“People have huge decisions to make,” said Alexander Verhes, who runs Life Flour Mill Limited in the southern Delta state. “What food do they buy? Do they spend it on food? Schooling? Medication?”
At least 40% of bakeries in the Nigerian capital of Abuja shut down after the price of flour jumped about 200%.
“The ones still in the business are doing so at breaking point with no profits,” said Mansur Umar, chairman of the bakers’ association. “A lot of people have stopped eating bread. They have gone for alternatives because of the cost.”
In Spain, the government is spending 300 million euros (US$320 million) to help farmers acquire fertilizer, the price of which has doubled since the war in Ukraine.
“Fertilizer is vital because the land needs food,” said Jose Sanchez, a farmer in the village of Anchuelo, east of Madrid. “If the land does not have food, then the crops do not grow up.”
It all means a slowing global economy. The International Monetary Fund dropped growth expectations this year and in 2022 that equates to about US$1 trillion in lost production. Europe’s economy, for example, “is still experiencing significant headwinds” despite a drop in energy prices and is at risk of falling into recessio n, said Nathan Sheets, global chief economist at banking giant Citi.
The IMF says consumer prices jumped 7.3% in the wealthiest countries last year — above its January 2022 forecast of 3.9% — and 9.9% in poorer ones, up from 5.9% expected pre-invasion.
In the U.S., such inflation has forced businesses to be nimble.
Stacy Elmore, co-founder of The Luxury Pergola in Noblesville, Indiana, said the cost of providing health insurance for eight workers has spiked 39% over the past year — to US$10,000 a month. Amid a labor shortage, she also had to raise hourly wages for her top installer from US$24 to $30 an hour.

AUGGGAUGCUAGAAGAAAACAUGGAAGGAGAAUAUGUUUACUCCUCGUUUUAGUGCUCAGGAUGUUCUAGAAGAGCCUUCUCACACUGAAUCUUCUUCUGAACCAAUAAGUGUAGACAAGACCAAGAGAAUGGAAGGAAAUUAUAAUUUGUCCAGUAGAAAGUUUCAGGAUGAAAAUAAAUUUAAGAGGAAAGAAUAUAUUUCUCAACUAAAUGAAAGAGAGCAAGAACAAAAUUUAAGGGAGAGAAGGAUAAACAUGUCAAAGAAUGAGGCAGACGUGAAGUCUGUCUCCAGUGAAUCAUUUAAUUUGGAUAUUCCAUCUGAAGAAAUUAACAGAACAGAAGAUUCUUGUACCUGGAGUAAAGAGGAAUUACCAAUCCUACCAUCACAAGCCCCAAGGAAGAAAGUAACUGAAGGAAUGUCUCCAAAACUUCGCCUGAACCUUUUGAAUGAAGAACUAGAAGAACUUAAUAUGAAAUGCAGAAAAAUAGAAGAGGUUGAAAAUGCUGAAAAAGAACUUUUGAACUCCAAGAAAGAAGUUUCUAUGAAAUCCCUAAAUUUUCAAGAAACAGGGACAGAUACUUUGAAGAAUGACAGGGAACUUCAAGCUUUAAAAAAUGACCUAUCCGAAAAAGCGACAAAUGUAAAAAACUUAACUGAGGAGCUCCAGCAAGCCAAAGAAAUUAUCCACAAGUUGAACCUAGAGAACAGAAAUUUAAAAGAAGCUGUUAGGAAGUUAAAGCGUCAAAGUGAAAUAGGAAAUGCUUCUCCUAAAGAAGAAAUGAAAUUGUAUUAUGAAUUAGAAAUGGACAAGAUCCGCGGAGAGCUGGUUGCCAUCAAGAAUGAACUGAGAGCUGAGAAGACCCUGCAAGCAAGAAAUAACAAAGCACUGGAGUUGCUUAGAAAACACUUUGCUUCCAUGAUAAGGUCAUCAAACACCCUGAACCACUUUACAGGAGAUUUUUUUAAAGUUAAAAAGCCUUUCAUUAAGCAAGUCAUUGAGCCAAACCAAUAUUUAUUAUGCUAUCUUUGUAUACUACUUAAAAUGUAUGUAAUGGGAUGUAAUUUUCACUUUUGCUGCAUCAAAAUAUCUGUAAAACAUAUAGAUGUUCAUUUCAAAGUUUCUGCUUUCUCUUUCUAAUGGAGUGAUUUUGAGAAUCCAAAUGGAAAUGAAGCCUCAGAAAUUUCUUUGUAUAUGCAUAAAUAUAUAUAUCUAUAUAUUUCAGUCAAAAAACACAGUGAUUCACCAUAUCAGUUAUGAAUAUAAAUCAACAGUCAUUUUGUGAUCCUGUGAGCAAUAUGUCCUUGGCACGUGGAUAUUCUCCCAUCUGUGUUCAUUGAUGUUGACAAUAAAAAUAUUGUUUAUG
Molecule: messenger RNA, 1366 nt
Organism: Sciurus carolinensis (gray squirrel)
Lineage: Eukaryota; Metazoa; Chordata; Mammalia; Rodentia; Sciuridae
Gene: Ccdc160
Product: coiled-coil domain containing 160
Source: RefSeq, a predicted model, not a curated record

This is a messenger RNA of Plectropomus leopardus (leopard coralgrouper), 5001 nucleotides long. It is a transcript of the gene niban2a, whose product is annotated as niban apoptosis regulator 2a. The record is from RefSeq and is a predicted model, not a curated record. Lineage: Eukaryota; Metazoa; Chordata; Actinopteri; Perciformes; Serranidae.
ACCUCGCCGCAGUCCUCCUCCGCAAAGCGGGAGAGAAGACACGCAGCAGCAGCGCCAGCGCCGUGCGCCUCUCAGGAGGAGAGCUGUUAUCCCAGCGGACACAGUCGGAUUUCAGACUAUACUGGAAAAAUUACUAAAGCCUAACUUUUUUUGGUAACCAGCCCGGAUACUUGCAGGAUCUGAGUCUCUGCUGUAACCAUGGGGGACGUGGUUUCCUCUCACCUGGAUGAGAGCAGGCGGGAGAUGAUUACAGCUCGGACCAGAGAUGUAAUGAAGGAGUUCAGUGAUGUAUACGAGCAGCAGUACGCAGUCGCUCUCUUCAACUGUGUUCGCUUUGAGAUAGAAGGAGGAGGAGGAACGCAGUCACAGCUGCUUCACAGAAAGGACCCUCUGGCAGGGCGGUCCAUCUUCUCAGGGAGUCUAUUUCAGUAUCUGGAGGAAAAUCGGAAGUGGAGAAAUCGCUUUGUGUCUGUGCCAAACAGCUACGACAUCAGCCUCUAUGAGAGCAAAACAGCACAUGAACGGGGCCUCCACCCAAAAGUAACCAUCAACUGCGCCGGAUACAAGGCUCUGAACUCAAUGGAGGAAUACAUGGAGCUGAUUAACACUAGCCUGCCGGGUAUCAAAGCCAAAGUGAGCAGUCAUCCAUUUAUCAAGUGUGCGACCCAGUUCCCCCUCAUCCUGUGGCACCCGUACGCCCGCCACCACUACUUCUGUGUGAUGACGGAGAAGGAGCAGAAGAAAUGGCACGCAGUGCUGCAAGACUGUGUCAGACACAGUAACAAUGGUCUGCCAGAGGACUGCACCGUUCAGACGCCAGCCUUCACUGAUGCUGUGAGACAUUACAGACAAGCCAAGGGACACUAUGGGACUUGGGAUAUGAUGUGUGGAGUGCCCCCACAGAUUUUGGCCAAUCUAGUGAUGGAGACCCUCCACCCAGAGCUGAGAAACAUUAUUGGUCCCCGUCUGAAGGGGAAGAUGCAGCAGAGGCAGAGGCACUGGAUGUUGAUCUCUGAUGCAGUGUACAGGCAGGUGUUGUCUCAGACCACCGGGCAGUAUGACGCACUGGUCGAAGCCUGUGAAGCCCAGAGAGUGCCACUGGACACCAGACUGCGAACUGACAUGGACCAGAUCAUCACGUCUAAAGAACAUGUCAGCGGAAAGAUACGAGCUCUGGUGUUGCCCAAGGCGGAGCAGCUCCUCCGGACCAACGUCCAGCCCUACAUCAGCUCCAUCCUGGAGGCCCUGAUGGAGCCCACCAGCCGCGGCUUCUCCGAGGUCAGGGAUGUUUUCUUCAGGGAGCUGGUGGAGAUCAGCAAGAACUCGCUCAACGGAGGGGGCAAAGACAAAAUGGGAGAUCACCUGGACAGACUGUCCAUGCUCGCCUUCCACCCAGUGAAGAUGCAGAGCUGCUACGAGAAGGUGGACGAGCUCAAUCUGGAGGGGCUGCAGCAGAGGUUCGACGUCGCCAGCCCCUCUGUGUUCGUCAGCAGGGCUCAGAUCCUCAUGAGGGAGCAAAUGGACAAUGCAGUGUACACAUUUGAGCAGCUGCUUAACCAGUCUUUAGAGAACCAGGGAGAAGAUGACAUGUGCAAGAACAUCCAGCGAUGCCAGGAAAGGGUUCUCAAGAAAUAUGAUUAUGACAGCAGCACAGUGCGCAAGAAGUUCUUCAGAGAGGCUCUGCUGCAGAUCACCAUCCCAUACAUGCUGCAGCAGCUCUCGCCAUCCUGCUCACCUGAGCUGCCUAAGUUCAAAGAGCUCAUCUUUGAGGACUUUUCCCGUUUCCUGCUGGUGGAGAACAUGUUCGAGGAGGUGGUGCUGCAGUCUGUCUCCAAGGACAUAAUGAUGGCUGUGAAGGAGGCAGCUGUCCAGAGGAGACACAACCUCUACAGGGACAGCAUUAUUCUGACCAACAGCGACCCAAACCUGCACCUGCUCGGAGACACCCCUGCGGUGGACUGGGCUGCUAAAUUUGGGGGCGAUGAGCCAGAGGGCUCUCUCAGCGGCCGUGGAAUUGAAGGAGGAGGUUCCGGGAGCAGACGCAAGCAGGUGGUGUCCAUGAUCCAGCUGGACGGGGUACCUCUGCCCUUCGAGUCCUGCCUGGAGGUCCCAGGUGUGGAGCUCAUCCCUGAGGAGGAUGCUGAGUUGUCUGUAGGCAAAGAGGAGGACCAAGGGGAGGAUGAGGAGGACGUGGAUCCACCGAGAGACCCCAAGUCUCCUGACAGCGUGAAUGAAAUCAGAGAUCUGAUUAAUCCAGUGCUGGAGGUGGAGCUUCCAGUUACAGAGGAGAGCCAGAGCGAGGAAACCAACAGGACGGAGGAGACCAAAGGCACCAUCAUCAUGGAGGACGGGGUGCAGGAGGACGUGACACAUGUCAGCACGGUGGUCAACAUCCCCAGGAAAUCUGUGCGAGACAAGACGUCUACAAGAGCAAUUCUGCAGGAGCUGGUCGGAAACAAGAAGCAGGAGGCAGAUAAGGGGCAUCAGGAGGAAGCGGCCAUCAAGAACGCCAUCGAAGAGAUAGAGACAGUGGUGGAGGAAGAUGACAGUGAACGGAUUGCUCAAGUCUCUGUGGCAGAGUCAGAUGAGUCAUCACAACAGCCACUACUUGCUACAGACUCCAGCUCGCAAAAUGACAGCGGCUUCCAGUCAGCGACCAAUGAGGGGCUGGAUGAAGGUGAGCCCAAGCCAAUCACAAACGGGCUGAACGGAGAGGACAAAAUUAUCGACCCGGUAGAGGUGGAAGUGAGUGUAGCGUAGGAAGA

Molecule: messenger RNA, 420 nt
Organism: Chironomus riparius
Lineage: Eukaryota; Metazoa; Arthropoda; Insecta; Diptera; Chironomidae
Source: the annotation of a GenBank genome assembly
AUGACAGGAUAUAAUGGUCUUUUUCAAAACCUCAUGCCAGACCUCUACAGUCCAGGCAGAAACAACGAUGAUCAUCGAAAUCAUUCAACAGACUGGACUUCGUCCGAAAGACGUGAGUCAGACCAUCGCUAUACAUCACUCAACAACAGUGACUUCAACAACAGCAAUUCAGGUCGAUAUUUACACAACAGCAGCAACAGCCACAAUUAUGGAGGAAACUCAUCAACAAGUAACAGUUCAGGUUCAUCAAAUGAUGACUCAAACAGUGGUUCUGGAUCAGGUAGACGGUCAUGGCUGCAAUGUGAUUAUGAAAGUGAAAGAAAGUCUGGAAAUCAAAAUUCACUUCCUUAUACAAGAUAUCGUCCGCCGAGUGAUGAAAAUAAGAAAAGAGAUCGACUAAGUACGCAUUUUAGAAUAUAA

Inflation-whipped consumers began to balk at paying US$22,500 for a 10-by-16-foot louvered pergola — kind of a gazebo without walls — that was sold through dealers. Sales sank last year. So Elmore pivoted to do-it-yourself models, selling directly to shoppers at a sharply reduced price of US$12,580.
“With inflation so high, we’ve worked to broaden the appeal of our products and make them easier for the average person to acquire,” Elmore said.
In the Indonesian capital, Jakarta, many street vendors know they can’t pass along surging food prices to their already struggling customers. So some are skimping on portions instead, a practice known as “shrinkflation.”
“One kilogram of rice was for eight portions … but now we made it 10 portions,” said Mukroni, 52, who runs a food stall and like many Indonesians goes by only one name. Customers, he said, “will not come to the shop” if prices are too high.
“We hope for peace,” he said, “because, after all, no one will win or lose, because everyone will be a victim.”
Wiseman reported from Washington and McHugh from Frankfurt, Germany. AP journalists Samy Magdy in Cairo; Chinedu Asadu in Abuja, Nigeria; Anne D’Innocenzio in New York; Iain Sullivan in Anchuelo, Spain; and Edna Tarigan in Jakarta, Indonesia, contributed.
Economy grew 0.5 per cent in January, Statistics Canada reports – Ottawa.CityNews.ca
OTTAWA — Economic growth resumed in January and came in better than first expected following a small contraction in December, Statistics Canada said Friday.
Real gross domestic product rose 0.5 per cent to start the year, the agency said, beating its initial estimate for a gain of 0.3 per cent for the month and reversing a contraction of 0.1 per cent in the final month of 2022.
Statistics Canada also said its initial estimate for February indicates growth continued with a gain of 0.3 per cent, though it cautioned the figure will be updated.
“There were many indications that the economy got off to a solid start in 2023, but today’s double-barrelled blast of strength is well above even the most optimistic views,” BMO chief economist Douglas Porter wrote in a report.
“Even if growth stalls in March, it now looks like Q1 will post growth of 2.5 per cent, up from a flat read in Q4. While we continue to look for a notable cooldown in the next two quarters, we are bumping up our GDP growth estimate for all of 2023 by three ticks to 1.0 per cent.”